Until their split in June 2015, the CiU alliance would dominate Catalan regional politics from the 1980s to the early 2000s, providing for Jordi Pujol's long stay in the regional government for 23 consecutive years, until a left-wing alliance comprising the Socialists' Party of Catalonia (PSC), Republican Left of Catalonia (ERC) and Initiative for Catalonia Greens (ICV) was able to oust CiU from government and into opposition. It would not be until the 2010 Catalan regional election held seven years later that CiU, under Artur Mas's leadership, was returned to government. Beyond its dominance of Catalan politics, CDC sought to have influence in the Spanish parliament, collaborated with governments both under the Spanish Socialist Workers' Party (PSOE) (and more critically, in the 1993–1996 period when the PSOE was forced into a minority government) as well as under the People's Party (PP) (1996–2004), giving their support to both parties's attempts to form government, then maintaining confidence and supply agreements with them. CiU's support to Felipe González's government provided for the development of the "state of autonomies" the foundations for the financing of the autonomous communities. Under the PP governments of José María Aznar, CDC supported the liberalizing and budgetary control measures that allowed Spain to eventually adopt the euro as the country's currency. In the so-called "Majestic Pacts" signed between CiU and the PP after the latter's victory in the 1996 Spanish general election, both parties had also agreed to further expand on the development of regional financing started during González's tenure, the abolition of compulsory military service and the devolution of powers to the autonomous communities. Pujol's retirement ahead of the 2003 Catalan regional election prompted Artur Mas—who served as chief minister ( ca|Conseller en cap) and Pujol's protégée during the late stages of his government—as his successor as CDC leader and CiU leading candidate. After CiU's victory in the 2010 regional election, Mas would become the new president of the Government of Catalonia, introducing previously unseen variable geometry in the region's politics: first by partnering with the opposition's main party the PSC, then seeking collaboration with the local PP branch for approving the regional budget. As a result of the 11 September 2012 demonstration, Mas sought to capitalize on the social momentum of independence by triggering a snap election for 25 November, hoping to expand his parliamentary majority and attain an absolute majority; instead, his party suffered a severe setback by falling from 62 to 50 seats, having to rely on the support of the pro-independence Republican Left of Catalonia (ERC) to keep himself in power. Frictions with CDC's alliance partner UDC over the issue of independence ended up in the termination of CiU as a political project in June 2015. Concurrently, the party had been shaken by CDC founder Jordi Pujol's confession on 25 July 2014 that he had hidden "money located abroad" from the Public Treasury for 34 years, allegedly attributed to his father's, Florenci Pujol, heritage. In his statement, Pujol regretted never having found the "right time" for the regularization of these amounts of money and asked the public for forgiveness. Various media outlets pointed out that this money was located in secret bank accounts abroad and could have benefitted from the fiscal amnesty promoted by the Spanish government of Mariano Rajoy in 2012. Coupled with the ongoing judicial investigations on an alleged CDC corruption scandal involving the payment of illegal commissions in exchange for the award of public works—in what would be known as the "3% case" because of that amount being the percentage of the public works' budgets that was to be illegally paid—Pujol's confession caused a profound commotion in Catalan society, which had the former president as a revered public figure with a large amount of influence. Following CiU's breakup, CDC contested the 2015 Catalan regional election within the Junts pel Sí coalition, and the 2015 Spanish general election within the Democracy and Freedom alliance. The 2016 Spanish general election would be the only one in CDC's long electoral history which the party would contest entirely on its own.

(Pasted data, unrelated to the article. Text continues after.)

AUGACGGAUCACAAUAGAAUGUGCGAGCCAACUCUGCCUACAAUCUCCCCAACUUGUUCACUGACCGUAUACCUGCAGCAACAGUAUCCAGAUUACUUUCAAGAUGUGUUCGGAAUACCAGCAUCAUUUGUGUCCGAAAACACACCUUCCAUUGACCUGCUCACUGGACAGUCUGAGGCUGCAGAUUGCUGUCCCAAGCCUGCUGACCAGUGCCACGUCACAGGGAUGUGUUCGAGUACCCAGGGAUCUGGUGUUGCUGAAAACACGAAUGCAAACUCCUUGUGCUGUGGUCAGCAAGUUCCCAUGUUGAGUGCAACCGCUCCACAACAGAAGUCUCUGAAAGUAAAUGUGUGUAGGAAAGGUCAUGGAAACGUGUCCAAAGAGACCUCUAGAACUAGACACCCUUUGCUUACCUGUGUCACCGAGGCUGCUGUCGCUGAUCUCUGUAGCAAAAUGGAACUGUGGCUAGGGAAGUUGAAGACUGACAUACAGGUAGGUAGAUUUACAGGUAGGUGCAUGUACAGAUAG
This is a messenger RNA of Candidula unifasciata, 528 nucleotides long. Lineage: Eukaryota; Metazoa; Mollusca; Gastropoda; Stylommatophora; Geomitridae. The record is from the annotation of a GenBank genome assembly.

Refoundation and legacy